The Infra-Red Space Observatory I.S.O was launched recently. Its intention was to supersede I.R.A.S or the Infra-Red Astronomical Satellite, the only other true infra-red orbiting satellite, which was in operation in the 1980′s. This mission was chiefly looking for “heat-sources”. Many of the H.S.T images gave pointers to the I.S.O scientists about where they should look for such sources. An infra-red picture gives completely different information to the usual visible image, which we are accustomed to. Looking at such images of stars about to explode, we see huge quantities of carbon in the form of soot, Carbon monoxide, Carbon dioxide & water. This proves it is just as polluted in outer space, as it is on the Earth. Previous so called bland areas, under the intimate eyes of I.S.O displayed much stellar activity. The spiral arms are just as active as the galactic nucleus. Stars are so densely populated that they appear to be colliding & ripping each other apart. I.S.O was not allowed to look at bright areas, because this light would simply ruin the delicate instruments on board the spacecraft.

Dr. Allan Chapman gave one of the best lectures that I have ever heard, when he spoke about “The Discovery of Neptune” This is a story which has been told incorrectly many times.

Newton’s law of gravity had already been known over 150 years, hut could this law be applied to undiscovered bodies. As it turned out it could. After the discovery of Uranus in 1781, it became apparent that this body did not stick to its predicted orbit. Some unknown body then was pulling Uranus out of position, also this body had to be more remote. John Couch Adams a brilliant young Cambridge mathematician was the first to under take this task theoretically, soon he was to produce some results. Adams showed them to James Challis, who recommended that he should show them to George Biddel Airy, the of the time. Adams arrived unannounced at Airy’s house, it was believed to be early afternoon. Airy could not see Adams at that particular time, so eventually Adams left some calculations with the butler. At this particular time Adams was not very well known & being of a rather retiring nature did not put himself forward. It is also possible that Adams was somewhat disorganised & could have made an official appointment with Airy. Despite this however, Airy did write to Adams asking him to confirm his mathematics, rather foolishly Adams did not reply to this letter. These events took place in the Autumn of 1845.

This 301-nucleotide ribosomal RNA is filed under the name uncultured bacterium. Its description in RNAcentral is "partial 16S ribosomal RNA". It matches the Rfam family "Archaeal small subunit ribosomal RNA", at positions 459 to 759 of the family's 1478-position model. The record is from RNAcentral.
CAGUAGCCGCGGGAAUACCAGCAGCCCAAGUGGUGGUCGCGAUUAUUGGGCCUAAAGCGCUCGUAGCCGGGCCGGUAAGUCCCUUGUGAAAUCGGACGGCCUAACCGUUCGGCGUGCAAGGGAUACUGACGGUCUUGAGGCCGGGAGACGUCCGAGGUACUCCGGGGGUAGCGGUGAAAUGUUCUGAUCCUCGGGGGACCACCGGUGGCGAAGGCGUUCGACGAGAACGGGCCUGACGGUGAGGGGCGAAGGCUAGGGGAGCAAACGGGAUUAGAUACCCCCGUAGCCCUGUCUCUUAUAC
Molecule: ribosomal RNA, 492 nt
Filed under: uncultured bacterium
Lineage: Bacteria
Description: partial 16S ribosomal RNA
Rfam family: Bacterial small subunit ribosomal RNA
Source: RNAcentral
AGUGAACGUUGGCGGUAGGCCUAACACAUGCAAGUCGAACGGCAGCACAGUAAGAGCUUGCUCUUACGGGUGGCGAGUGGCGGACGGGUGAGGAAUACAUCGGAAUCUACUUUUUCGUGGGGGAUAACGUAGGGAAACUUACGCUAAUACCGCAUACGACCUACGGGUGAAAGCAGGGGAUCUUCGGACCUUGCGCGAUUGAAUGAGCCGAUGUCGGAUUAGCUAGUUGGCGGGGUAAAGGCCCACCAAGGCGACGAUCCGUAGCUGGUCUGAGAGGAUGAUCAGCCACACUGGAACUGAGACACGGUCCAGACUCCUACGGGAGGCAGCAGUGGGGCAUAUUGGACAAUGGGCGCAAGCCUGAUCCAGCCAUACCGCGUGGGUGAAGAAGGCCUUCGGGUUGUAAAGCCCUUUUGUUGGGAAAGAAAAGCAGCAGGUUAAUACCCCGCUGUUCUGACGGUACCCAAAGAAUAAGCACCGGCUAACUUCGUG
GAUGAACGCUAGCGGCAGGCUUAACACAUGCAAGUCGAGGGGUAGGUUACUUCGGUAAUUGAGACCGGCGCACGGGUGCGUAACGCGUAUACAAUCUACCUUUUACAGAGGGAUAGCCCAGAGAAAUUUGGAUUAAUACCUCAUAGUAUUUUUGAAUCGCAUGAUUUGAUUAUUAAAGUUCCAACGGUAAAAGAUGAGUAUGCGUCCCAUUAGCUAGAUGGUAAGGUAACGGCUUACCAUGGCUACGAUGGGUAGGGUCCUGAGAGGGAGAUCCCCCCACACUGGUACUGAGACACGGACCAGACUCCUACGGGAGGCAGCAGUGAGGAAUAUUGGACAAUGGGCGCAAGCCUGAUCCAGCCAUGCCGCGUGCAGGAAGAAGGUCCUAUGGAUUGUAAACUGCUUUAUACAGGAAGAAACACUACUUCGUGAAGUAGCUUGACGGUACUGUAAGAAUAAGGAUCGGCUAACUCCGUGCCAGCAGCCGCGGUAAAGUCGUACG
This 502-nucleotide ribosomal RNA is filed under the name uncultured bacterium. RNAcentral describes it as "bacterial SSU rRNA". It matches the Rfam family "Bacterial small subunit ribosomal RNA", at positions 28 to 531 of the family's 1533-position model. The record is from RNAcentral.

In France Urbain J. J. Le Verrier, another brilliant mathematician became interested in this problem. Le Verrier was quite well known & had a much more forthright personality, this was an opportunity not to be missed. Le Verrier started on this project in the early summer of 1846, more than 6 months after Adams had tackled the same problem. The predicted position of the planet was very similar for both men. Le Verrier was quick to communicate his work to the various prominent observatories of the times.

George Challis actually saw Neptune on several occasions, using Le Verrier’s calculations, but failed to notice it for what it was. Finally Johann Galle & Heinrich D’arrest located the planet on the night of 23/9/1846, at the Berlin Observatory. The discovery was no surprise & was expected anytime, it helped that Galle & D’arrest were using a new star-chart.

Professor Sir Martin Rees gave an account about “Dark Matter”. It is obvious that this stuff exists. Astronomers have not decided exactly how much “Dark Matter” is present in the Universe, but for the “BIG CRUNCH” to occur it is estimated that there should be ~Ox as much “Dark Matter” to ordinary matter. Precisely what this stuff is also remains a mystery, suggestions have been:- Brown Dwarfs, That Neutrinos have a slight mass, Dark Dusty Material, material which is “Non-Baryonic” so could be quite different to “ordinary” matter.

This article first appeared in FAS Newsletter Issue 47, Winter 1996.